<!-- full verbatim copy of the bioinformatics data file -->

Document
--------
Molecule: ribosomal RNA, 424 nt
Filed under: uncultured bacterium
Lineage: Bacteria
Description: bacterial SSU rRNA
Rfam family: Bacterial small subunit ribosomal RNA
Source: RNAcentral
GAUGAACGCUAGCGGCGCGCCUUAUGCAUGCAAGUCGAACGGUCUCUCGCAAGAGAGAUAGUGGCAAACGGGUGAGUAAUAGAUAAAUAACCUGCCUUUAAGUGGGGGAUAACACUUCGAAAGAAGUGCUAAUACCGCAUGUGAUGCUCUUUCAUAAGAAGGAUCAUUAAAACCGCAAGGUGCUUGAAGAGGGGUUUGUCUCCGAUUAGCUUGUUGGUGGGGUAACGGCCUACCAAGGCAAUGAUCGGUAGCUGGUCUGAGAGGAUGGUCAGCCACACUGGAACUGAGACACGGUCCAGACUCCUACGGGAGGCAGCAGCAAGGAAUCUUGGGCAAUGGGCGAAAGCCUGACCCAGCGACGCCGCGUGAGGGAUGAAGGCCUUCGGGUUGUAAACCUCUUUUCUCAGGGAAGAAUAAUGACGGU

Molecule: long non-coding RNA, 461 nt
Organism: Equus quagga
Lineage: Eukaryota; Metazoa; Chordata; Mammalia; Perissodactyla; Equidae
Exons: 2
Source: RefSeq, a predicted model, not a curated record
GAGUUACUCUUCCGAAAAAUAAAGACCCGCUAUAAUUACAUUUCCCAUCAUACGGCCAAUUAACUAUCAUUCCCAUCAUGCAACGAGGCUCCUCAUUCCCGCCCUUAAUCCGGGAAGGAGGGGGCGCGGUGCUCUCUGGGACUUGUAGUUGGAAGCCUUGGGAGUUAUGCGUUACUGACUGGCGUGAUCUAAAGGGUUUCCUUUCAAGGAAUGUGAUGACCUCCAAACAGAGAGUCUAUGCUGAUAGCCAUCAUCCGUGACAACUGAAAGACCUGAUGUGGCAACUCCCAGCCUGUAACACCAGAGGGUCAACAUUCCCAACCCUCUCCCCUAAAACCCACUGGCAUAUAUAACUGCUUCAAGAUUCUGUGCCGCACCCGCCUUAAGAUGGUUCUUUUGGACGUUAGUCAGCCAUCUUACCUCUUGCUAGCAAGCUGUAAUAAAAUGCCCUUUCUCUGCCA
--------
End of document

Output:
Molecule: ribosomal RNA, 424 nt
Filed under: uncultured bacterium
Lineage: Bacteria
Description: bacterial SSU rRNA
Rfam family: Bacterial small subunit ribosomal RNA
Source: RNAcentral
GAUGAACGCUAGCGGCGCGCCUUAUGCAUGCAAGUCGAACGGUCUCUCGCAAGAGAGAUAGUGGCAAACGGGUGAGUAAUAGAUAAAUAACCUGCCUUUAAGUGGGGGAUAACACUUCGAAAGAAGUGCUAAUACCGCAUGUGAUGCUCUUUCAUAAGAAGGAUCAUUAAAACCGCAAGGUGCUUGAAGAGGGGUUUGUCUCCGAUUAGCUUGUUGGUGGGGUAACGGCCUACCAAGGCAAUGAUCGGUAGCUGGUCUGAGAGGAUGGUCAGCCACACUGGAACUGAGACACGGUCCAGACUCCUACGGGAGGCAGCAGCAAGGAAUCUUGGGCAAUGGGCGAAAGCCUGACCCAGCGACGCCGCGUGAGGGAUGAAGGCCUUCGGGUUGUAAACCUCUUUUCUCAGGGAAGAAUAAUGACGGU

Molecule: long non-coding RNA, 461 nt
Organism: Equus quagga
Lineage: Eukaryota; Metazoa; Chordata; Mammalia; Perissodactyla; Equidae
Exons: 2
Source: RefSeq, a predicted model, not a curated record
GAGUUACUCUUCCGAAAAAUAAAGACCCGCUAUAAUUACAUUUCCCAUCAUACGGCCAAUUAACUAUCAUUCCCAUCAUGCAACGAGGCUCCUCAUUCCCGCCCUUAAUCCGGGAAGGAGGGGGCGCGGUGCUCUCUGGGACUUGUAGUUGGAAGCCUUGGGAGUUAUGCGUUACUGACUGGCGUGAUCUAAAGGGUUUCCUUUCAAGGAAUGUGAUGACCUCCAAACAGAGAGUCUAUGCUGAUAGCCAUCAUCCGUGACAACUGAAAGACCUGAUGUGGCAACUCCCAGCCUGUAACACCAGAGGGUCAACAUUCCCAACCCUCUCCCCUAAAACCCACUGGCAUAUAUAACUGCUUCAAGAUUCUGUGCCGCACCCGCCUUAAGAUGGUUCUUUUGGACGUUAGUCAGCCAUCUUACCUCUUGCUAGCAAGCUGUAAUAAAAUGCCCUUUCUCUGCCA